When it was time for mat ball, everyone in the building either chose teams or picked a spot on the bleachers to watch the fun.
The pitcher made sure to keep the runners in check by threatening them with a teasing ball throw in their direction, keeping them glued to their mats. But in the end, the runners seemed to be worried in vain — the pitcher was far more concerned with striking out the taunting opposing team than focusing on tagging out base runners.
Mat ball is by far the most popular game of the day camp at Norwood Hodges, said Kevin Baker, the community center director. Summer day camps take place during the summer while school is out to give kids somewhere to be and something to do with their time.
At Carver Community Center, day campers spent their mornings in reading programs at its library while seniors came together as part of Anniston’s “Golden Agers” to get free farmer’s market coupons. At South Highland Community Center, the only one without a day camp, kids and teens alike hung around to talk or wandered in and out of the large, air-conditioned gym to shoot some hoops before heading out to the pool or playgrounds down the street.
The Parks and Recreation Department makes it possible for kids and seniors to have somewhere to go during the day to be together and have fun, whether playing bingo or skipping rope, by providing the facilities and services needed to smoothly operate community centers, public parks, swimming pools for Anniston and the surrounding areas. These facilities are not only places for recreation, but also homes for after-school programs, sports and structured activities for school-age children and seniors, and have been serving the city as such for decades.
According to the Public Affairs Research Council of Alabama (PARCA), Anniston has been the state’s biggest spender per capita for recreational and cultural expenditures for at least the past decade.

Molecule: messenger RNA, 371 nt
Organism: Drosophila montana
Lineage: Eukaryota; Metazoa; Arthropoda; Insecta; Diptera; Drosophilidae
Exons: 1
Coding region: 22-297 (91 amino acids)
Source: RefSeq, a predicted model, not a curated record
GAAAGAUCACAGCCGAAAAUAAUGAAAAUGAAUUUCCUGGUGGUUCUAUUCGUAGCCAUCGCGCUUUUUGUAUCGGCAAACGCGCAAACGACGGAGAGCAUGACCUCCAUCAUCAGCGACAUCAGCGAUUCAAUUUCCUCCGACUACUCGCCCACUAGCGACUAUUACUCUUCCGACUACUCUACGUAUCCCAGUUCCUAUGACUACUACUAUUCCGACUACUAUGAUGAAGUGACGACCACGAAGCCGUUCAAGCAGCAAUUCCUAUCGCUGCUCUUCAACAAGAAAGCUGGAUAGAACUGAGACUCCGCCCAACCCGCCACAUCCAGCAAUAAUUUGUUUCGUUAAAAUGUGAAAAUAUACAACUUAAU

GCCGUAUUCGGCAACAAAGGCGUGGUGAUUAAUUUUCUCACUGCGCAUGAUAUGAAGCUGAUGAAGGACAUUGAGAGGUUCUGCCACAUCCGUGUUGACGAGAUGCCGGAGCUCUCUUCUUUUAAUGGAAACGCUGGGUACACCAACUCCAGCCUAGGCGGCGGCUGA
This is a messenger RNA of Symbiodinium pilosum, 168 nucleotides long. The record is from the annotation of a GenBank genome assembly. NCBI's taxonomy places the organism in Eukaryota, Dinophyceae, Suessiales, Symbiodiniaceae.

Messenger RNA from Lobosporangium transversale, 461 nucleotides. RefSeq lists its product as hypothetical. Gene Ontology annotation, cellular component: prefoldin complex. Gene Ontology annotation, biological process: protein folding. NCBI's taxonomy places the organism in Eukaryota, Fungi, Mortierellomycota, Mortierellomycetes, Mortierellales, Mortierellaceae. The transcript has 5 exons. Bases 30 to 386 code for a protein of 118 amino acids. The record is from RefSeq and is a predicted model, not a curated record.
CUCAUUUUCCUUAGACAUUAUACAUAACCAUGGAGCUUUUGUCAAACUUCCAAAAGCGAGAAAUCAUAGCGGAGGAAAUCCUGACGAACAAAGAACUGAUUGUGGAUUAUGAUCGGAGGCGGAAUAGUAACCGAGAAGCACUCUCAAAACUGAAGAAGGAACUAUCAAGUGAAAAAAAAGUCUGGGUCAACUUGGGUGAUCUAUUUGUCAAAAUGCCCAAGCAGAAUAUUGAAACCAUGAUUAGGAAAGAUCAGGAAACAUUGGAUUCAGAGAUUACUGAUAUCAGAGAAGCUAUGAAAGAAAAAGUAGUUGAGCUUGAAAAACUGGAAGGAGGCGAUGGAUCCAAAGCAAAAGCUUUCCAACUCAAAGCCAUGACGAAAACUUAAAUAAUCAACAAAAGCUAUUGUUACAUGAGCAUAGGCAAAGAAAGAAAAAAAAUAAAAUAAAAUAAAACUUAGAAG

But now the Parks and Recreation Department is looking to expand its services to the community and change the role it plays. PARD is revamping and reallocating its facilities, services and resources in an attempt to bring revenue to Anniston through drawing visitors and economic growth to the city by improving the area’s quality of life and attracting countywide visitors to new centers.
Value of PARD
Anniston retained the title of the state’s highest spender in a PARCA quarterly report for 2008 which stated the city spent nearly $260 per person on things such as community centers, parks, senior programs and other recreational and cultural services. The next highest spender was Florence, in northwest Alabama, which came in just shy of $180 per person.
In 2008, Anniston spent more than $3.8 million on parks and recreation. That equaled 12.8 percent of Anniston’s total city budget for the year. Anniston has, on average, spent 13 percent of its yearly annual budget on parks and recreation since 1984.
In comparison, the money spent on the police and fire departments in 2008 was $5.6 million or 18.7 percent of the total budget and $3.9 million, or 12.9 percent of total money spent, respectively.
But all of this money spent has a larger purpose than just the maintenance of recreational facilities. PARD director Steven Folks and City Manager Don Hoyt hope to use parks and recreation as a launching pad for bringing in new sources of revenue for the city.